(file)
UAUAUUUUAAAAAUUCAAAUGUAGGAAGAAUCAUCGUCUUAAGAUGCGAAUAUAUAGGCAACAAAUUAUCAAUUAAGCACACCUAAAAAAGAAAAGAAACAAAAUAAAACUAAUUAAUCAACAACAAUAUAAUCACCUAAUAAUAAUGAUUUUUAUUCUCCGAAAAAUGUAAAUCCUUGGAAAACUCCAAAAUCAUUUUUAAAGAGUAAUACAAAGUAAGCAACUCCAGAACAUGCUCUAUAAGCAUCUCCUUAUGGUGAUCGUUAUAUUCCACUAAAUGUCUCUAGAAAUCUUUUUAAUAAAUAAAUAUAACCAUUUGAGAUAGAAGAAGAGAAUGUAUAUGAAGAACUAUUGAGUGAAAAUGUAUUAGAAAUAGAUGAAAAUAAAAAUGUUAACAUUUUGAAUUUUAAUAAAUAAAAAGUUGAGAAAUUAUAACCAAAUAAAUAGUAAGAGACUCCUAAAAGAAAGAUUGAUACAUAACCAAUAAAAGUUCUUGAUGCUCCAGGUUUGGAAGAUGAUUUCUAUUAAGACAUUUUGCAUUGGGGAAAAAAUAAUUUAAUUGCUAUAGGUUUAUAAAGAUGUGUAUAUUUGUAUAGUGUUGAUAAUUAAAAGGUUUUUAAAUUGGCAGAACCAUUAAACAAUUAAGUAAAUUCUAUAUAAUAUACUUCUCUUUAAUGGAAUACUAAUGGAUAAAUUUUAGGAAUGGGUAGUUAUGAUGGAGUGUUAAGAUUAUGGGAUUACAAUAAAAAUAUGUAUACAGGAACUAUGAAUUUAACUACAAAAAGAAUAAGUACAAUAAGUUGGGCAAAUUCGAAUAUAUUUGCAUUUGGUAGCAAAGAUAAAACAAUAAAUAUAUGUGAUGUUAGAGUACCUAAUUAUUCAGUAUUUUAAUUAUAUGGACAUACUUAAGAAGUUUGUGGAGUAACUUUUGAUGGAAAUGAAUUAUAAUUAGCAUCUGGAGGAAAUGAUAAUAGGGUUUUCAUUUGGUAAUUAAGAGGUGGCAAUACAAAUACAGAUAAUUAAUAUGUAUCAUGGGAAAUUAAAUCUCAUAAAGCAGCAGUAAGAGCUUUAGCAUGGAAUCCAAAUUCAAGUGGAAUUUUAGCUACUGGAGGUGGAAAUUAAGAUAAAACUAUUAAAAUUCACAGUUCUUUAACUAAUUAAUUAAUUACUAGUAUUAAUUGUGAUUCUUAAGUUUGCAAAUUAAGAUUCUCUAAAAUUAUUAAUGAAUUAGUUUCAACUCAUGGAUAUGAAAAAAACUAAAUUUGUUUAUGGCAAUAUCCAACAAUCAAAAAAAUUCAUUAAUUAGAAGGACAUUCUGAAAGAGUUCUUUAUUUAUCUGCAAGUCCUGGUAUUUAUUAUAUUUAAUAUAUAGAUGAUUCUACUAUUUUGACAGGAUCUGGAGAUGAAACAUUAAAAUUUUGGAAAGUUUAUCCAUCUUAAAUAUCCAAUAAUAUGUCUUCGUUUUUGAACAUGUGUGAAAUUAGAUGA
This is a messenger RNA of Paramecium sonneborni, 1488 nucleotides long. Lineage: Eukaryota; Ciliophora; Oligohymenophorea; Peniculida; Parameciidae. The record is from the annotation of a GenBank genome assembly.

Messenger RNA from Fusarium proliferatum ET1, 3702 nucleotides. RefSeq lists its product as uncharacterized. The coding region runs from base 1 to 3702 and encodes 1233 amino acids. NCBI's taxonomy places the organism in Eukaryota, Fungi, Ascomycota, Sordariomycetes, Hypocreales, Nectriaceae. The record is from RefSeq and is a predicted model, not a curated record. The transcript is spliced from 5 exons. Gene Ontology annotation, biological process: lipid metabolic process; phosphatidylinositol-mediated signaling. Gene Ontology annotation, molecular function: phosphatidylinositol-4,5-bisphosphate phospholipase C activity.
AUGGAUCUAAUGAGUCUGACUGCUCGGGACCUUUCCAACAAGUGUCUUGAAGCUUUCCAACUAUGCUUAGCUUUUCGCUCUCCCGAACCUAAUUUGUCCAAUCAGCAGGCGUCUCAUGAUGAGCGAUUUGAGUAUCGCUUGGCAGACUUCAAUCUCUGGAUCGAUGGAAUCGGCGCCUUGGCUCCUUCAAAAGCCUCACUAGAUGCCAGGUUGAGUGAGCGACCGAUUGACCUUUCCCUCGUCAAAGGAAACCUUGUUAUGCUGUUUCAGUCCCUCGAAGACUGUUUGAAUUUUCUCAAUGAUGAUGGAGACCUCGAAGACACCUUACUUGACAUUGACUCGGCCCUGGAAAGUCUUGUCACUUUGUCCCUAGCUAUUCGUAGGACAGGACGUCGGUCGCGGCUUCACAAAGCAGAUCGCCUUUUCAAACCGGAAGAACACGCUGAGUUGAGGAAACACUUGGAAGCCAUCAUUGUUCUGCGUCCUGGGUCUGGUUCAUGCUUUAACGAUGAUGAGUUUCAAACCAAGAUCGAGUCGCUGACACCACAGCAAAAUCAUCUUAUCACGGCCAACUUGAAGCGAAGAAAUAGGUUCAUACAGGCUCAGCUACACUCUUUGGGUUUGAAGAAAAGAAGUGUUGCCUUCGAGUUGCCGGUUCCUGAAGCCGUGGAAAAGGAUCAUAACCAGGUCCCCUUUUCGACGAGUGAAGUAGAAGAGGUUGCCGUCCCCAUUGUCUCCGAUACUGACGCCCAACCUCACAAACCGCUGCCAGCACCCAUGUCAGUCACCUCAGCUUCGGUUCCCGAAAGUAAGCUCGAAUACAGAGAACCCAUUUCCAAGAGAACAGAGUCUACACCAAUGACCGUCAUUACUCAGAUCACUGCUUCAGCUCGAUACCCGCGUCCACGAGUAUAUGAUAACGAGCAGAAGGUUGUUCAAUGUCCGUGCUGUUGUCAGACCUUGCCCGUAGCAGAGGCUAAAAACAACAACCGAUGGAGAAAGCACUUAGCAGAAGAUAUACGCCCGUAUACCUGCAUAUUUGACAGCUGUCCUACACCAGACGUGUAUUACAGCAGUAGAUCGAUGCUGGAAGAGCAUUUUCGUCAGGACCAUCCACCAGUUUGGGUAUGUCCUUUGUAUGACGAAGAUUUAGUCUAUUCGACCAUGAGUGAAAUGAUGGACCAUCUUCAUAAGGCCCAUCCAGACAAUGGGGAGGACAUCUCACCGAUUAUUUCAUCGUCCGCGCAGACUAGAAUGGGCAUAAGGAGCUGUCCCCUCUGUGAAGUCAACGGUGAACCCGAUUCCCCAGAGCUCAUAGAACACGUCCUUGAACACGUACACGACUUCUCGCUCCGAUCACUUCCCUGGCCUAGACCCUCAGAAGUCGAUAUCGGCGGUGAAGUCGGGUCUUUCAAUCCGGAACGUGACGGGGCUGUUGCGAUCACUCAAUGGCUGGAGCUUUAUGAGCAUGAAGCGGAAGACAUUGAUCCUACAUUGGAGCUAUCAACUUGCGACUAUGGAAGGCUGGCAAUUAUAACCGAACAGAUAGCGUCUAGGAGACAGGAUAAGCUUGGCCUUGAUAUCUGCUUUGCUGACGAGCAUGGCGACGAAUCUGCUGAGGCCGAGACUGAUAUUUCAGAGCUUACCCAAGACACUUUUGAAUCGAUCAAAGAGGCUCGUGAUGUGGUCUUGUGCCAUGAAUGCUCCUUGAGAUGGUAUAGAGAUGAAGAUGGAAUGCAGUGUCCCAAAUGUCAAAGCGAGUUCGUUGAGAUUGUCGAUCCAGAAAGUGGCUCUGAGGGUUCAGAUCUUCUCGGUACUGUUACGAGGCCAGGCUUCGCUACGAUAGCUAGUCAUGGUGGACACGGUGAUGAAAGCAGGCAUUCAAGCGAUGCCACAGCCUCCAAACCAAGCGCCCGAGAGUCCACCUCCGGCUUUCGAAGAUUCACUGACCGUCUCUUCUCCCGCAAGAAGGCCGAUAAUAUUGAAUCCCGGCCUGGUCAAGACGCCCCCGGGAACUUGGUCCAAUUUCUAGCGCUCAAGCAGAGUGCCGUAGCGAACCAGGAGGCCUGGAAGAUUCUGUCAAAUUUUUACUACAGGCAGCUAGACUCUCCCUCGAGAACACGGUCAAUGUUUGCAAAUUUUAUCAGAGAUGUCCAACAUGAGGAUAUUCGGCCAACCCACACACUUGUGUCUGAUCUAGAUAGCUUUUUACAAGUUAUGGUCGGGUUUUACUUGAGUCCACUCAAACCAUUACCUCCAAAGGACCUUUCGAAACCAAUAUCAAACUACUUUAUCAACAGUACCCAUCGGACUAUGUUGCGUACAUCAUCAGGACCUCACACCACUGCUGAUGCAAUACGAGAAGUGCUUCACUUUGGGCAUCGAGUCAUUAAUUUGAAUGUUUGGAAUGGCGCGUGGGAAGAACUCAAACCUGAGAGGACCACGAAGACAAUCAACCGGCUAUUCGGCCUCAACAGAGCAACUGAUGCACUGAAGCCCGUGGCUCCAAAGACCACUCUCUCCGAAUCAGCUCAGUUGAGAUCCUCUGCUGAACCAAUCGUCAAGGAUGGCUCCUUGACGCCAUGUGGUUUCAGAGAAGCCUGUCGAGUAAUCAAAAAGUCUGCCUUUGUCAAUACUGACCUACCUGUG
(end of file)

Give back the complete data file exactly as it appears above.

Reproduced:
UAUAUUUUAAAAAUUCAAAUGUAGGAAGAAUCAUCGUCUUAAGAUGCGAAUAUAUAGGCAACAAAUUAUCAAUUAAGCACACCUAAAAAAGAAAAGAAACAAAAUAAAACUAAUUAAUCAACAACAAUAUAAUCACCUAAUAAUAAUGAUUUUUAUUCUCCGAAAAAUGUAAAUCCUUGGAAAACUCCAAAAUCAUUUUUAAAGAGUAAUACAAAGUAAGCAACUCCAGAACAUGCUCUAUAAGCAUCUCCUUAUGGUGAUCGUUAUAUUCCACUAAAUGUCUCUAGAAAUCUUUUUAAUAAAUAAAUAUAACCAUUUGAGAUAGAAGAAGAGAAUGUAUAUGAAGAACUAUUGAGUGAAAAUGUAUUAGAAAUAGAUGAAAAUAAAAAUGUUAACAUUUUGAAUUUUAAUAAAUAAAAAGUUGAGAAAUUAUAACCAAAUAAAUAGUAAGAGACUCCUAAAAGAAAGAUUGAUACAUAACCAAUAAAAGUUCUUGAUGCUCCAGGUUUGGAAGAUGAUUUCUAUUAAGACAUUUUGCAUUGGGGAAAAAAUAAUUUAAUUGCUAUAGGUUUAUAAAGAUGUGUAUAUUUGUAUAGUGUUGAUAAUUAAAAGGUUUUUAAAUUGGCAGAACCAUUAAACAAUUAAGUAAAUUCUAUAUAAUAUACUUCUCUUUAAUGGAAUACUAAUGGAUAAAUUUUAGGAAUGGGUAGUUAUGAUGGAGUGUUAAGAUUAUGGGAUUACAAUAAAAAUAUGUAUACAGGAACUAUGAAUUUAACUACAAAAAGAAUAAGUACAAUAAGUUGGGCAAAUUCGAAUAUAUUUGCAUUUGGUAGCAAAGAUAAAACAAUAAAUAUAUGUGAUGUUAGAGUACCUAAUUAUUCAGUAUUUUAAUUAUAUGGACAUACUUAAGAAGUUUGUGGAGUAACUUUUGAUGGAAAUGAAUUAUAAUUAGCAUCUGGAGGAAAUGAUAAUAGGGUUUUCAUUUGGUAAUUAAGAGGUGGCAAUACAAAUACAGAUAAUUAAUAUGUAUCAUGGGAAAUUAAAUCUCAUAAAGCAGCAGUAAGAGCUUUAGCAUGGAAUCCAAAUUCAAGUGGAAUUUUAGCUACUGGAGGUGGAAAUUAAGAUAAAACUAUUAAAAUUCACAGUUCUUUAACUAAUUAAUUAAUUACUAGUAUUAAUUGUGAUUCUUAAGUUUGCAAAUUAAGAUUCUCUAAAAUUAUUAAUGAAUUAGUUUCAACUCAUGGAUAUGAAAAAAACUAAAUUUGUUUAUGGCAAUAUCCAACAAUCAAAAAAAUUCAUUAAUUAGAAGGACAUUCUGAAAGAGUUCUUUAUUUAUCUGCAAGUCCUGGUAUUUAUUAUAUUUAAUAUAUAGAUGAUUCUACUAUUUUGACAGGAUCUGGAGAUGAAACAUUAAAAUUUUGGAAAGUUUAUCCAUCUUAAAUAUCCAAUAAUAUGUCUUCGUUUUUGAACAUGUGUGAAAUUAGAUGA
This is a messenger RNA of Paramecium sonneborni, 1488 nucleotides long. Lineage: Eukaryota; Ciliophora; Oligohymenophorea; Peniculida; Parameciidae. The record is from the annotation of a GenBank genome assembly.

Messenger RNA from Fusarium proliferatum ET1, 3702 nucleotides. RefSeq lists its product as uncharacterized. The coding region runs from base 1 to 3702 and encodes 1233 amino acids. NCBI's taxonomy places the organism in Eukaryota, Fungi, Ascomycota, Sordariomycetes, Hypocreales, Nectriaceae. The record is from RefSeq and is a predicted model, not a curated record. The transcript is spliced from 5 exons. Gene Ontology annotation, biological process: lipid metabolic process; phosphatidylinositol-mediated signaling. Gene Ontology annotation, molecular function: phosphatidylinositol-4,5-bisphosphate phospholipase C activity.
AUGGAUCUAAUGAGUCUGACUGCUCGGGACCUUUCCAACAAGUGUCUUGAAGCUUUCCAACUAUGCUUAGCUUUUCGCUCUCCCGAACCUAAUUUGUCCAAUCAGCAGGCGUCUCAUGAUGAGCGAUUUGAGUAUCGCUUGGCAGACUUCAAUCUCUGGAUCGAUGGAAUCGGCGCCUUGGCUCCUUCAAAAGCCUCACUAGAUGCCAGGUUGAGUGAGCGACCGAUUGACCUUUCCCUCGUCAAAGGAAACCUUGUUAUGCUGUUUCAGUCCCUCGAAGACUGUUUGAAUUUUCUCAAUGAUGAUGGAGACCUCGAAGACACCUUACUUGACAUUGACUCGGCCCUGGAAAGUCUUGUCACUUUGUCCCUAGCUAUUCGUAGGACAGGACGUCGGUCGCGGCUUCACAAAGCAGAUCGCCUUUUCAAACCGGAAGAACACGCUGAGUUGAGGAAACACUUGGAAGCCAUCAUUGUUCUGCGUCCUGGGUCUGGUUCAUGCUUUAACGAUGAUGAGUUUCAAACCAAGAUCGAGUCGCUGACACCACAGCAAAAUCAUCUUAUCACGGCCAACUUGAAGCGAAGAAAUAGGUUCAUACAGGCUCAGCUACACUCUUUGGGUUUGAAGAAAAGAAGUGUUGCCUUCGAGUUGCCGGUUCCUGAAGCCGUGGAAAAGGAUCAUAACCAGGUCCCCUUUUCGACGAGUGAAGUAGAAGAGGUUGCCGUCCCCAUUGUCUCCGAUACUGACGCCCAACCUCACAAACCGCUGCCAGCACCCAUGUCAGUCACCUCAGCUUCGGUUCCCGAAAGUAAGCUCGAAUACAGAGAACCCAUUUCCAAGAGAACAGAGUCUACACCAAUGACCGUCAUUACUCAGAUCACUGCUUCAGCUCGAUACCCGCGUCCACGAGUAUAUGAUAACGAGCAGAAGGUUGUUCAAUGUCCGUGCUGUUGUCAGACCUUGCCCGUAGCAGAGGCUAAAAACAACAACCGAUGGAGAAAGCACUUAGCAGAAGAUAUACGCCCGUAUACCUGCAUAUUUGACAGCUGUCCUACACCAGACGUGUAUUACAGCAGUAGAUCGAUGCUGGAAGAGCAUUUUCGUCAGGACCAUCCACCAGUUUGGGUAUGUCCUUUGUAUGACGAAGAUUUAGUCUAUUCGACCAUGAGUGAAAUGAUGGACCAUCUUCAUAAGGCCCAUCCAGACAAUGGGGAGGACAUCUCACCGAUUAUUUCAUCGUCCGCGCAGACUAGAAUGGGCAUAAGGAGCUGUCCCCUCUGUGAAGUCAACGGUGAACCCGAUUCCCCAGAGCUCAUAGAACACGUCCUUGAACACGUACACGACUUCUCGCUCCGAUCACUUCCCUGGCCUAGACCCUCAGAAGUCGAUAUCGGCGGUGAAGUCGGGUCUUUCAAUCCGGAACGUGACGGGGCUGUUGCGAUCACUCAAUGGCUGGAGCUUUAUGAGCAUGAAGCGGAAGACAUUGAUCCUACAUUGGAGCUAUCAACUUGCGACUAUGGAAGGCUGGCAAUUAUAACCGAACAGAUAGCGUCUAGGAGACAGGAUAAGCUUGGCCUUGAUAUCUGCUUUGCUGACGAGCAUGGCGACGAAUCUGCUGAGGCCGAGACUGAUAUUUCAGAGCUUACCCAAGACACUUUUGAAUCGAUCAAAGAGGCUCGUGAUGUGGUCUUGUGCCAUGAAUGCUCCUUGAGAUGGUAUAGAGAUGAAGAUGGAAUGCAGUGUCCCAAAUGUCAAAGCGAGUUCGUUGAGAUUGUCGAUCCAGAAAGUGGCUCUGAGGGUUCAGAUCUUCUCGGUACUGUUACGAGGCCAGGCUUCGCUACGAUAGCUAGUCAUGGUGGACACGGUGAUGAAAGCAGGCAUUCAAGCGAUGCCACAGCCUCCAAACCAAGCGCCCGAGAGUCCACCUCCGGCUUUCGAAGAUUCACUGACCGUCUCUUCUCCCGCAAGAAGGCCGAUAAUAUUGAAUCCCGGCCUGGUCAAGACGCCCCCGGGAACUUGGUCCAAUUUCUAGCGCUCAAGCAGAGUGCCGUAGCGAACCAGGAGGCCUGGAAGAUUCUGUCAAAUUUUUACUACAGGCAGCUAGACUCUCCCUCGAGAACACGGUCAAUGUUUGCAAAUUUUAUCAGAGAUGUCCAACAUGAGGAUAUUCGGCCAACCCACACACUUGUGUCUGAUCUAGAUAGCUUUUUACAAGUUAUGGUCGGGUUUUACUUGAGUCCACUCAAACCAUUACCUCCAAAGGACCUUUCGAAACCAAUAUCAAACUACUUUAUCAACAGUACCCAUCGGACUAUGUUGCGUACAUCAUCAGGACCUCACACCACUGCUGAUGCAAUACGAGAAGUGCUUCACUUUGGGCAUCGAGUCAUUAAUUUGAAUGUUUGGAAUGGCGCGUGGGAAGAACUCAAACCUGAGAGGACCACGAAGACAAUCAACCGGCUAUUCGGCCUCAACAGAGCAACUGAUGCACUGAAGCCCGUGGCUCCAAAGACCACUCUCUCCGAAUCAGCUCAGUUGAGAUCCUCUGCUGAACCAAUCGUCAAGGAUGGCUCCUUGACGCCAUGUGGUUUCAGAGAAGCCUGUCGAGUAAUCAAAAAGUCUGCCUUUGUCAAUACUGACCUACCUGUG